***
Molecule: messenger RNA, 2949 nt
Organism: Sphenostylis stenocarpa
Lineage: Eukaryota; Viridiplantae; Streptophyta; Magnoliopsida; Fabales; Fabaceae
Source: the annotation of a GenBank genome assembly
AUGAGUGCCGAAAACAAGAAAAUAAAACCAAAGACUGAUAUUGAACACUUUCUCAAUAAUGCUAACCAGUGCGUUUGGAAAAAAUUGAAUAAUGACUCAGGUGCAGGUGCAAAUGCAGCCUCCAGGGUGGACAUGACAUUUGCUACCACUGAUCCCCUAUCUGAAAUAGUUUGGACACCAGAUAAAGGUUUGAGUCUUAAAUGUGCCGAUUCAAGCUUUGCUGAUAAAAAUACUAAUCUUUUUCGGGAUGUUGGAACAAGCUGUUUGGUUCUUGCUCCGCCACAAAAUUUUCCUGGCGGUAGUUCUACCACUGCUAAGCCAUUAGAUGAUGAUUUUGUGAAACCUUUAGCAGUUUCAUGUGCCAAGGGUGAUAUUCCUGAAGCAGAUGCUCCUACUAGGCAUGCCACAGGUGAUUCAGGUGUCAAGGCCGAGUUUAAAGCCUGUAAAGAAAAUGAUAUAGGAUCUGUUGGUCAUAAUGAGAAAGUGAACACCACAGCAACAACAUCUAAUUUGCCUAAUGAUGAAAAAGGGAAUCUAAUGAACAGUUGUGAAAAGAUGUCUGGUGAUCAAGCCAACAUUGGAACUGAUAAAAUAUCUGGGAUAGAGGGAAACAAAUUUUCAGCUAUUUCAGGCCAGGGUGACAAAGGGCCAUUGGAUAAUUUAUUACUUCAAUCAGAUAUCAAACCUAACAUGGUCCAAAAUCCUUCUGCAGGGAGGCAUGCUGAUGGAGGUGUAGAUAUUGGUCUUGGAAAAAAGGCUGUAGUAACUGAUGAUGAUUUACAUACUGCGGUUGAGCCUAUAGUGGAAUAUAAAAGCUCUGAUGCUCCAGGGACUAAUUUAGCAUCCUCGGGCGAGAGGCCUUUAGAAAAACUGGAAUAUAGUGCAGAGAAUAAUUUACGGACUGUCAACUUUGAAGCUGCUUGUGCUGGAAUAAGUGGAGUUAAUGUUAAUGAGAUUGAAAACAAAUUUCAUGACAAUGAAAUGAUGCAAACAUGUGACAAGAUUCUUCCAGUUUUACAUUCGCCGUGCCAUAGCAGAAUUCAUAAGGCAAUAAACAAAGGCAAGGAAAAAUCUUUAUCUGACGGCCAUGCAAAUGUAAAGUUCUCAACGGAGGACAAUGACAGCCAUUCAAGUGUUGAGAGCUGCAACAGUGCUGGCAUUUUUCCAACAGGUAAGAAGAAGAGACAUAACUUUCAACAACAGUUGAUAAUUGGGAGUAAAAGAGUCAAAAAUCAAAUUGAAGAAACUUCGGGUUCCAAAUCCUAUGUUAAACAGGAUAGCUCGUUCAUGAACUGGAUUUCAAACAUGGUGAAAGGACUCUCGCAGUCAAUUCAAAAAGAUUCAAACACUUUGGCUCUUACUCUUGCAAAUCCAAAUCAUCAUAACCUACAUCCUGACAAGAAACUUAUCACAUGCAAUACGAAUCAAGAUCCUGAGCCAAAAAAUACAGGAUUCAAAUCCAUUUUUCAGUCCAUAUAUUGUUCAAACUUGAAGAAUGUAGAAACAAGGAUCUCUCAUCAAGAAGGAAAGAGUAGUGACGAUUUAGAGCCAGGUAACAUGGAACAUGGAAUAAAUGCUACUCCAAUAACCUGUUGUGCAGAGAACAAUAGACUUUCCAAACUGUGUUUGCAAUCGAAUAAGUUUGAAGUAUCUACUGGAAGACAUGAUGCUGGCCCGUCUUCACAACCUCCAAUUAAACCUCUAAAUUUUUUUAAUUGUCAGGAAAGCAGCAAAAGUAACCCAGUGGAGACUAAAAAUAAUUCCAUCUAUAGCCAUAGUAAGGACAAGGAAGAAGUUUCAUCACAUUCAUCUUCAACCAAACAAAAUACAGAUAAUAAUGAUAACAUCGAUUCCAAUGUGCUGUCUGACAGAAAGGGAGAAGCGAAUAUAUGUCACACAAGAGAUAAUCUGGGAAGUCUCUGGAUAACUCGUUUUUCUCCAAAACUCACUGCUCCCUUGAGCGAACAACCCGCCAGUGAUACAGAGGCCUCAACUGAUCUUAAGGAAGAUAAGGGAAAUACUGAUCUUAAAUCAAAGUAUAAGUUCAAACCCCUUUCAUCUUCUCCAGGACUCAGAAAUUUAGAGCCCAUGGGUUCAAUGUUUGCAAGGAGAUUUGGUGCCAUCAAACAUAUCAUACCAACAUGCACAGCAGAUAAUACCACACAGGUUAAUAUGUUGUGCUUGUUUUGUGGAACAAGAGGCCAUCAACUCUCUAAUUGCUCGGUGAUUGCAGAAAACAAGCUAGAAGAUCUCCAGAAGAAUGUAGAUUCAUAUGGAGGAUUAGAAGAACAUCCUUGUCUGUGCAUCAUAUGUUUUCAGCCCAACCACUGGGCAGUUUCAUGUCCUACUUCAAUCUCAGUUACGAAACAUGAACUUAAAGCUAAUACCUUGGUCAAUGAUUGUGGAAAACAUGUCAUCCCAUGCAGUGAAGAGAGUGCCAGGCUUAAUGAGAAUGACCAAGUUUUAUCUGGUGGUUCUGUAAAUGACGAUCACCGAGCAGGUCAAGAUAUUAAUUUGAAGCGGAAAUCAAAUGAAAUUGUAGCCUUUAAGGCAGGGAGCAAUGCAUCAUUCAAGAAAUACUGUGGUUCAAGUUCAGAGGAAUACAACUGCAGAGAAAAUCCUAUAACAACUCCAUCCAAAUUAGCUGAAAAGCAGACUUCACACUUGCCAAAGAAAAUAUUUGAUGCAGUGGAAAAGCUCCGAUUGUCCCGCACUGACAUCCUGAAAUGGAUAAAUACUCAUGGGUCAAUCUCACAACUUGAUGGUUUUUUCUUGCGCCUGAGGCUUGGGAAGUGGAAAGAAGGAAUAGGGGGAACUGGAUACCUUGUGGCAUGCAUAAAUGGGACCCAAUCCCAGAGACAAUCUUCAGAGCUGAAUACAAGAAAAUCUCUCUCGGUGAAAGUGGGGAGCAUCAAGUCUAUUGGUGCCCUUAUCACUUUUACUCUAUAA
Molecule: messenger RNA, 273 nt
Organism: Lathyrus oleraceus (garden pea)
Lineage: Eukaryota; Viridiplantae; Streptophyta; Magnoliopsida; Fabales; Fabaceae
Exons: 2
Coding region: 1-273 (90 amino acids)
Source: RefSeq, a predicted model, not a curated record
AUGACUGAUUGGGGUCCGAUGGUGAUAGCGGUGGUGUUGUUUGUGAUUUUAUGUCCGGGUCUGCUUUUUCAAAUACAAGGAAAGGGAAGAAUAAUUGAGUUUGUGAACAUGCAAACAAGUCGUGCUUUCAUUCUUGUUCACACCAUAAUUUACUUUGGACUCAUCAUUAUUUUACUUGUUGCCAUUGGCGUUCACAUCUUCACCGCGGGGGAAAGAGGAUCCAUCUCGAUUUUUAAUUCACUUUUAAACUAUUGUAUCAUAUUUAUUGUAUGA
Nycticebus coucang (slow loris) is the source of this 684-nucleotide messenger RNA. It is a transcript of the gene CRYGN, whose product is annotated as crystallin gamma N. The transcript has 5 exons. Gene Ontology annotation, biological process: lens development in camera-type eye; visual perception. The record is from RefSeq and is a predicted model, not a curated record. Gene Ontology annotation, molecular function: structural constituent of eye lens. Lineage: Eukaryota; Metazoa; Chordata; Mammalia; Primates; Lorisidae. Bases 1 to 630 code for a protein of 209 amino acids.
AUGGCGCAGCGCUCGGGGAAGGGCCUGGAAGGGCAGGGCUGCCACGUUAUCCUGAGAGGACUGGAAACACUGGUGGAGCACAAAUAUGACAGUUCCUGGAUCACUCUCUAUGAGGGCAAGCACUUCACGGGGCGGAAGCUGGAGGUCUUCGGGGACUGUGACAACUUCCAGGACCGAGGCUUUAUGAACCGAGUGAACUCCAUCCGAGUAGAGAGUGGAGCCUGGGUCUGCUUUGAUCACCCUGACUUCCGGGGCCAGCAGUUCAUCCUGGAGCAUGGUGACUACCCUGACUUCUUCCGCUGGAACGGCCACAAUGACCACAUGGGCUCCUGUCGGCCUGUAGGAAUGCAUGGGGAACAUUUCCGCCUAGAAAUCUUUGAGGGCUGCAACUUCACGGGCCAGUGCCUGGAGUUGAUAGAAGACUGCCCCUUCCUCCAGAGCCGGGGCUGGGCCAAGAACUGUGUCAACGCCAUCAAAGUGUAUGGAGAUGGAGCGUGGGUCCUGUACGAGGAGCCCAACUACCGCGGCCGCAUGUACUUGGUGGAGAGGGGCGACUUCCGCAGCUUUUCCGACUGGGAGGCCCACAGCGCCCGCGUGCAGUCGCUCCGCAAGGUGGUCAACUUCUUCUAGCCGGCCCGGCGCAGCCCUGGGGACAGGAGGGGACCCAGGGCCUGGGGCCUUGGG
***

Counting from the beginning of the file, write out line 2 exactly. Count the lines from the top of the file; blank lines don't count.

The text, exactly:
Organism: Sphenostylis stenocarpa